- Making the food connection. Realising that my central energy system is being fuelled with molasses when it should be fuelled with jet fuel.
Those 3 moments (among others) have made me the person I am today. I spend 5-10 minutes a day exercising my breathing to make sure I am “clean”. I eat “clean” which is a moving target but a target which has meant that I now research where the meat comes from at restaurants I frequent, means I have stopped using deodorant (that sweat smell is from what you eat), stopped taking any vitamins and brought my average sugar consumption on a 4+ hour bicycle ride down by about 90%. Training in the right zone and being aware of economy has turned me around from an average age grouper to hitting it out with some of the pro guys. That is doable by anyone with enough time and plenty discipline.
Don’t be scared of these key moments – in fact; relish them and look for them. They come at the most unexpected times but there is a feeling of deep understanding when they do happen to us.
To the guys and girls doing 70.3 this weekend, I have a bunch of tips which I posted a year or two ago here: http://www.urban-ninja.co.za/index.php/2011/11/70-3-first-timer-tips/
Have a great race out there and really embrace the feeling going through your body as it does the work to get to your goals. It’s a beautiful thing.
This is going to be one of the greatest years mankind has ever seen. So best you lift your game. If the world fails to deliver on that, your game will be lifted among your peers and you will be a leader in your communities.
That is pretty cool.
So how do we lift the game best in 2013? How do we leap ahead and set the example for others to follow? What are the best ways to sneak ahead of the chasing pack? I come to you with one word for 2013:
It’s going to define your year. 2012 was hectique as a general consensus for others and this year looks to be no less busy or frenetic on all fronts. So here is how we cut back and give ourselves the space to do what we do best. We go moderate.
For a guy who hates mediocrity, we should not confuse the two words. When I say moderate, I am talking about refining your life by doing as little as possible in excess. Here are some examples:
- Live in walkable, commutable (by bike) communities. Ride your bike to work or walk to shops, restaurants or to the park to take your kids for a walk.
- Live in smaller spaces with less stuff in them. 1000m2 homes are a waste on every level.
- Do stuff that costs nothing or very little but has a big impact. Play in the park, go to the beach. Replace your lightbulbs and thermostats with energy-saving ones. Don’t wash half loads in the dishwasher. Skip the tumble drier entirely.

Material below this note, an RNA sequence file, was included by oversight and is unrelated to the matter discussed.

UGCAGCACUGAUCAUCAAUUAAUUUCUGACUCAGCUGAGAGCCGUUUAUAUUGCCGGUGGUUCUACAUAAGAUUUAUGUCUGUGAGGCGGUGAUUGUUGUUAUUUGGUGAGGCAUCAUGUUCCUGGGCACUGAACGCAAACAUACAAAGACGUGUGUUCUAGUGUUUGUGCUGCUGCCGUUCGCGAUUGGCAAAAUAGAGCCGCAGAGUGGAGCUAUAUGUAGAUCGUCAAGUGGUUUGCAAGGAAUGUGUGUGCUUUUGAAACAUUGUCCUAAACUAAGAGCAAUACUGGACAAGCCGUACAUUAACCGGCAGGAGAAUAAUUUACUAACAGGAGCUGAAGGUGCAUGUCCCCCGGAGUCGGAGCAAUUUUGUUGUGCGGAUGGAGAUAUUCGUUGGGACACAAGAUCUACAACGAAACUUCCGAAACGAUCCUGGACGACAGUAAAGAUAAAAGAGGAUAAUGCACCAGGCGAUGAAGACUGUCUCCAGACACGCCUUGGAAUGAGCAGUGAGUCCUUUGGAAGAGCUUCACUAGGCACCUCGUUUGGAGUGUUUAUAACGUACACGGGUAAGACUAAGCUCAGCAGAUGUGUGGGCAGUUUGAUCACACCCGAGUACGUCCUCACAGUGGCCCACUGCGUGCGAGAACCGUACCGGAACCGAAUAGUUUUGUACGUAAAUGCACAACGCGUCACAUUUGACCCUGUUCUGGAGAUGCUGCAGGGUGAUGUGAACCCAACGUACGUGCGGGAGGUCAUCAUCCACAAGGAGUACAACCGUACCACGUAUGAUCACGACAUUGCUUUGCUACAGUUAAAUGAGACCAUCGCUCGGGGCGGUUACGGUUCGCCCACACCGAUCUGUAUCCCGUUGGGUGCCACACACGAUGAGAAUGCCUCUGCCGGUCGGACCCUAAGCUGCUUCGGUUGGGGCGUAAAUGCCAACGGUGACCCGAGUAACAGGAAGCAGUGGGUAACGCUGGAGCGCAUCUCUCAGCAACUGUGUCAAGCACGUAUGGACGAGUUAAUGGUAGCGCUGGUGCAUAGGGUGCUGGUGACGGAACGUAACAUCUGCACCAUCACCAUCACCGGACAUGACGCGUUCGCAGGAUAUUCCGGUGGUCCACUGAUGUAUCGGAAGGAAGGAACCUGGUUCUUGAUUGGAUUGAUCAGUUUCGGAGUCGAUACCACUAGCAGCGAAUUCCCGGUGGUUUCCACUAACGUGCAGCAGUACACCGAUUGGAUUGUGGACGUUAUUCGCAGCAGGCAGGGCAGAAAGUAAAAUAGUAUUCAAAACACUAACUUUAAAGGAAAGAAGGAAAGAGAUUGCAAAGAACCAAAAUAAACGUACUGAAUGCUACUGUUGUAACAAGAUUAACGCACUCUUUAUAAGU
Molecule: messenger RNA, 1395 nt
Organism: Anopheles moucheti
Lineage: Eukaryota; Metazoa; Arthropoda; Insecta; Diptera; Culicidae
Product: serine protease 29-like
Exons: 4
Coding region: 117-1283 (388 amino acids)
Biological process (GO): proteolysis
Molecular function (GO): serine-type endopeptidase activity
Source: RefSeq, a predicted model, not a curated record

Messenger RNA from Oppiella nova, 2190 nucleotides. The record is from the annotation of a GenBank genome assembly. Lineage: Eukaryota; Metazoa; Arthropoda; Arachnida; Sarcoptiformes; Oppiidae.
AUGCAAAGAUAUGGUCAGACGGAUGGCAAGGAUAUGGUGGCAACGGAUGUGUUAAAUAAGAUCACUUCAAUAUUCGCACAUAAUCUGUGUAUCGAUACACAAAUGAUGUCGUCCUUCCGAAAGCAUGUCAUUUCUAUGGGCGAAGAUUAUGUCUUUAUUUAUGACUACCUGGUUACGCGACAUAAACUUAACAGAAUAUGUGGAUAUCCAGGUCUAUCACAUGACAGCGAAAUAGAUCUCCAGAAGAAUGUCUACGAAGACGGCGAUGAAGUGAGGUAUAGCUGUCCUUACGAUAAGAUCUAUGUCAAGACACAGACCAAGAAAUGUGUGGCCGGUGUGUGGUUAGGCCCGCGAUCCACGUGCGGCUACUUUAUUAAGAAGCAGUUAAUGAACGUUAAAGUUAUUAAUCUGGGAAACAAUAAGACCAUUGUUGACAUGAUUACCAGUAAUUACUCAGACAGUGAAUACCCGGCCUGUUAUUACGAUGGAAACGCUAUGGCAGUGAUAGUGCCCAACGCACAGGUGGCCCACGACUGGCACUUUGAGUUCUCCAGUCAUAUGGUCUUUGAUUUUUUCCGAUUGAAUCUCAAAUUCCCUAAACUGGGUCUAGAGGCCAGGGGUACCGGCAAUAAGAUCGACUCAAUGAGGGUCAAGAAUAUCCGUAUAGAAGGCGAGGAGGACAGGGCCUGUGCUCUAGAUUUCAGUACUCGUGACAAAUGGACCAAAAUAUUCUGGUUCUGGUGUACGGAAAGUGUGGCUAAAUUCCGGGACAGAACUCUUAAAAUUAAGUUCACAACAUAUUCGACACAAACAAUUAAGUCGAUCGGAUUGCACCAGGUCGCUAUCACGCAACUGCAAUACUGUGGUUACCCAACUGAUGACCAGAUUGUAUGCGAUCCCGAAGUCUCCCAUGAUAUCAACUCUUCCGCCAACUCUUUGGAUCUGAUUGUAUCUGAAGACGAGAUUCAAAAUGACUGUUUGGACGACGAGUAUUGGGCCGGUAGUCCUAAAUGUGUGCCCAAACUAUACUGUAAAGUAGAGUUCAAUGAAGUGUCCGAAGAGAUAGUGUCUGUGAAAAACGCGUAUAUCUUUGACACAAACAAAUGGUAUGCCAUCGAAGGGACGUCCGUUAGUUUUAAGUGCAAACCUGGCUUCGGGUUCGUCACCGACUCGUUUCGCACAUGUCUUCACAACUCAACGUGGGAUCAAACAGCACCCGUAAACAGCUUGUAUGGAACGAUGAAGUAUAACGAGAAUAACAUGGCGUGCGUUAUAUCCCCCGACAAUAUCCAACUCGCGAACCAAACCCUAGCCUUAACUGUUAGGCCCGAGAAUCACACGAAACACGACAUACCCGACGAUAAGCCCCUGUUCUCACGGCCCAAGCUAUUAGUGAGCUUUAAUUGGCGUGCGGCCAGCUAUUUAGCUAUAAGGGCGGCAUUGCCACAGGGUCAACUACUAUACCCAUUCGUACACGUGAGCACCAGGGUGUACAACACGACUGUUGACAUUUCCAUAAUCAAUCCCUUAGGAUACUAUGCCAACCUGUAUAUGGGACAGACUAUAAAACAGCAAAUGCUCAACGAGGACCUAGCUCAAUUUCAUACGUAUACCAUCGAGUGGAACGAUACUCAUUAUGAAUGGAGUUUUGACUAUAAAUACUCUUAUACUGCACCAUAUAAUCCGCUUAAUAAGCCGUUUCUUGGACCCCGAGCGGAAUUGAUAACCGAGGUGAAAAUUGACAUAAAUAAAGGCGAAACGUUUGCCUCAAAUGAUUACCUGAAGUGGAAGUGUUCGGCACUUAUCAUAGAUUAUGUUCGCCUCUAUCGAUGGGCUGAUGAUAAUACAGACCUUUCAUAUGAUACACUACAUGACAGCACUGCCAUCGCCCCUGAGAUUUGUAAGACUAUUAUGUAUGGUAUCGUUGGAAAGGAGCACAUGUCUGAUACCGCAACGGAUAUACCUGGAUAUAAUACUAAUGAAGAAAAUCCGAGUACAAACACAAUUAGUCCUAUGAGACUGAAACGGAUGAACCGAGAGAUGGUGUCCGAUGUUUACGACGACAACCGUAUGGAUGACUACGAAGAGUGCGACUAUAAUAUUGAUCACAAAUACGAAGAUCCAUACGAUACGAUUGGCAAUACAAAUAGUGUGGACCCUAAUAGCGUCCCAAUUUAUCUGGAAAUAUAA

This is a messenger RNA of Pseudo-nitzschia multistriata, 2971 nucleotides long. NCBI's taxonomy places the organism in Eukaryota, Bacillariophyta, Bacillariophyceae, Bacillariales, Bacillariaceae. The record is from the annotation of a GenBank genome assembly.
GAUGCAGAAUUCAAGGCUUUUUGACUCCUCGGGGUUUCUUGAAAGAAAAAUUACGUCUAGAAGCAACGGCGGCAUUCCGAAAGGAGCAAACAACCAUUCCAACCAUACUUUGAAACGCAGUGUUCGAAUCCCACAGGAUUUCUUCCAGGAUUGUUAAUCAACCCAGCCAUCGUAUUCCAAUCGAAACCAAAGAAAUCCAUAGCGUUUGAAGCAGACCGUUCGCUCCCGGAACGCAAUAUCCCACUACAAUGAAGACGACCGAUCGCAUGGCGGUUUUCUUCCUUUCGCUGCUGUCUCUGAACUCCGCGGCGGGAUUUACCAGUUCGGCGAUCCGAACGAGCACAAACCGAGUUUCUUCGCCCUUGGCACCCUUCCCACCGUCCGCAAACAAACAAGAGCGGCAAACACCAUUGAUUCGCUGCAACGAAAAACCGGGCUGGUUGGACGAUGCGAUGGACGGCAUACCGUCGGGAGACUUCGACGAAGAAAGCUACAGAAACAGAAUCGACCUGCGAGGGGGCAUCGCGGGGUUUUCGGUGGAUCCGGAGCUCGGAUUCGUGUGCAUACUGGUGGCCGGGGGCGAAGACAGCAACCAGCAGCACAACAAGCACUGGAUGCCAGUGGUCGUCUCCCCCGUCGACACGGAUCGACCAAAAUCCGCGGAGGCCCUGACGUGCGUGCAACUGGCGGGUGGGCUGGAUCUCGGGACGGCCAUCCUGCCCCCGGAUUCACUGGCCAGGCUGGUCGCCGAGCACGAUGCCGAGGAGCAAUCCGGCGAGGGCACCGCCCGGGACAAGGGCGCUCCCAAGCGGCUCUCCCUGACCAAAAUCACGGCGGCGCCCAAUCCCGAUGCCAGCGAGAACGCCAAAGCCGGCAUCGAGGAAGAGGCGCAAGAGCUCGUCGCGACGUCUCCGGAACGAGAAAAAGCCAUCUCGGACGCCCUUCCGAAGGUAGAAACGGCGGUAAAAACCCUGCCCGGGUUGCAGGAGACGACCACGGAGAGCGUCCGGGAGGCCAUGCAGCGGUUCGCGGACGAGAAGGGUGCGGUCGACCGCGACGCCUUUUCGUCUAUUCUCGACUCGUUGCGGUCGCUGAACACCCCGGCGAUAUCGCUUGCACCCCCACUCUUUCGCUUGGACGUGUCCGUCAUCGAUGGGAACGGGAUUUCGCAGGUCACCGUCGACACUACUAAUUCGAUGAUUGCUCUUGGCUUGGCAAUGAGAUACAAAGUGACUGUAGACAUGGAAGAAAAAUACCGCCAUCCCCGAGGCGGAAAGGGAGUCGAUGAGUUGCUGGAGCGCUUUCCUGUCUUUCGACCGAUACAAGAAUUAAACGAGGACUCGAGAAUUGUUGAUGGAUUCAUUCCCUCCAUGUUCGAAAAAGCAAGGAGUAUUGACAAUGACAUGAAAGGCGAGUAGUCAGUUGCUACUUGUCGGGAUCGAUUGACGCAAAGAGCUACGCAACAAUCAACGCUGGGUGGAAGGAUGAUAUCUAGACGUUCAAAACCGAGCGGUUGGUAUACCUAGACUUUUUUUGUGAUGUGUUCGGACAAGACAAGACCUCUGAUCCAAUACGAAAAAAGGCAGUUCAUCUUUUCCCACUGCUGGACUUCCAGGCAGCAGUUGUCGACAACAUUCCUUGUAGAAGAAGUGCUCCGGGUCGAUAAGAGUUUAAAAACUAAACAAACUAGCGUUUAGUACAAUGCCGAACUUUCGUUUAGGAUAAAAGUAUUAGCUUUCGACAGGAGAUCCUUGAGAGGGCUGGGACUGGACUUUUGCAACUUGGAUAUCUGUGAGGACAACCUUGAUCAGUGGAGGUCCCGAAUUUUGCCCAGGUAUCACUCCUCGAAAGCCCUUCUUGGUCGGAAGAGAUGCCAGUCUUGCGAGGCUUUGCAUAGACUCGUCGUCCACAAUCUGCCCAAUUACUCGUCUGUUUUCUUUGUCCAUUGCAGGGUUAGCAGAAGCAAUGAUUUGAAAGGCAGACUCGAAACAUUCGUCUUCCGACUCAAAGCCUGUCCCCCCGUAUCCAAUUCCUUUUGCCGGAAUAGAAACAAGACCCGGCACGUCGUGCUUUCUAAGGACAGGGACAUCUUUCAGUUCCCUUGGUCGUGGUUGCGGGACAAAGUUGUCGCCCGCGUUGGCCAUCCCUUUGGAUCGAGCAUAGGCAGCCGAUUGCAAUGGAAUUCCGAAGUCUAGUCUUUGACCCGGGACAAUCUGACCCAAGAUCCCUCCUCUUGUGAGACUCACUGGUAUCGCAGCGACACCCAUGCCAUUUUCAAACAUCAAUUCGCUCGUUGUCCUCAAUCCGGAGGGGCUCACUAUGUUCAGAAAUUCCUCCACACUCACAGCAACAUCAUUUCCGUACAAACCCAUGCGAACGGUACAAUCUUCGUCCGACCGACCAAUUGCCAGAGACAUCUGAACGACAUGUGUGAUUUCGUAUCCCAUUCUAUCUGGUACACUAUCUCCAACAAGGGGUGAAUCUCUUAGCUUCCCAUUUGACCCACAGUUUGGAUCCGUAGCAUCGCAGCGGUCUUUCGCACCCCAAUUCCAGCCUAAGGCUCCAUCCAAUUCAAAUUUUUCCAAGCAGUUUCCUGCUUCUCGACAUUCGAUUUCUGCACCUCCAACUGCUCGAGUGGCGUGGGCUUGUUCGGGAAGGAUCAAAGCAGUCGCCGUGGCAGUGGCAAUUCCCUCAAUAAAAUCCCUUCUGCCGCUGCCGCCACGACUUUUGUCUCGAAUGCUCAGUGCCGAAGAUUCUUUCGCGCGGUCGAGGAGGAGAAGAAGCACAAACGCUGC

- Eat less meat. Yesterday, I read a meat manifesto that completely and utterly represents how I feel about meat. Click Click.
- Eat local, and seasonal. Skip the packaging where possible and visit a market, buy what looks amazing and smells amazing, not what’s packaged well.
- Kill the aircon. Open your windows or wear a sweater this year. Feel the freshness in your face and stop aiming for being “the perfect temperature”.
- Train as little as you have to in order to achieve your goals. This one counts especially to the Ironman and Cape Epic athletes out there. Learn to suffer a little more and spend the extra 5-10 hours a week with your loved ones.
- Trade, exchange and barter your way to better stuff. Skip the new assets whenever possible.
- Clear your cupboards of stuff. Clothes you don’t wear. Stuff you don’t use. Keep your guys’ stuff restricted to the Man Drawer.
My gran always said:
“Daar is net twee goeie te’s – te voet en te perd.”
Inspirational woman, she was. Those words will stick with me forever. I would like to imagine there isn’t a word in the English language that doesn’t have a negative connotation when we add the word “too” in front of it.
In 2013, I want to take moderation to the next level so that it clears head space for the awesome stuff in my life that may seem like excess to others, like 150km solo rides through the winelands. I want to make a bigger difference, explore more and never be restricted to achieving my dreams because there is no space in my life. I want more than wiggle-room for thought process, dreaming and achieving.
In closing, I want to urge you to comment below and let me know how else I could be practising moderation or how you have found moderation to have added to your life.
As the year is drawing to an end, I am excited to look back at the year that has changed a lot for me. It was a year that was positive in almost every single way possible. Yes, I stubbed my toes a few times and yes, I am sure I pissed a few people off, but as Winston Churchill said:
You have enemies? Good. That means you’ve stood up for something, sometime in your life.
If I look back at my life, sure, I have left some scars and there are people who I have disappointed, but those are all lessons, mistakes, and things that I had to improve upon, or move away from. Life goes on we forgive and if you are still harbouring a grudge against something I may have done years ago, it was indeed time for us to part ways.
To improve is to change. To be perfect, is to change often.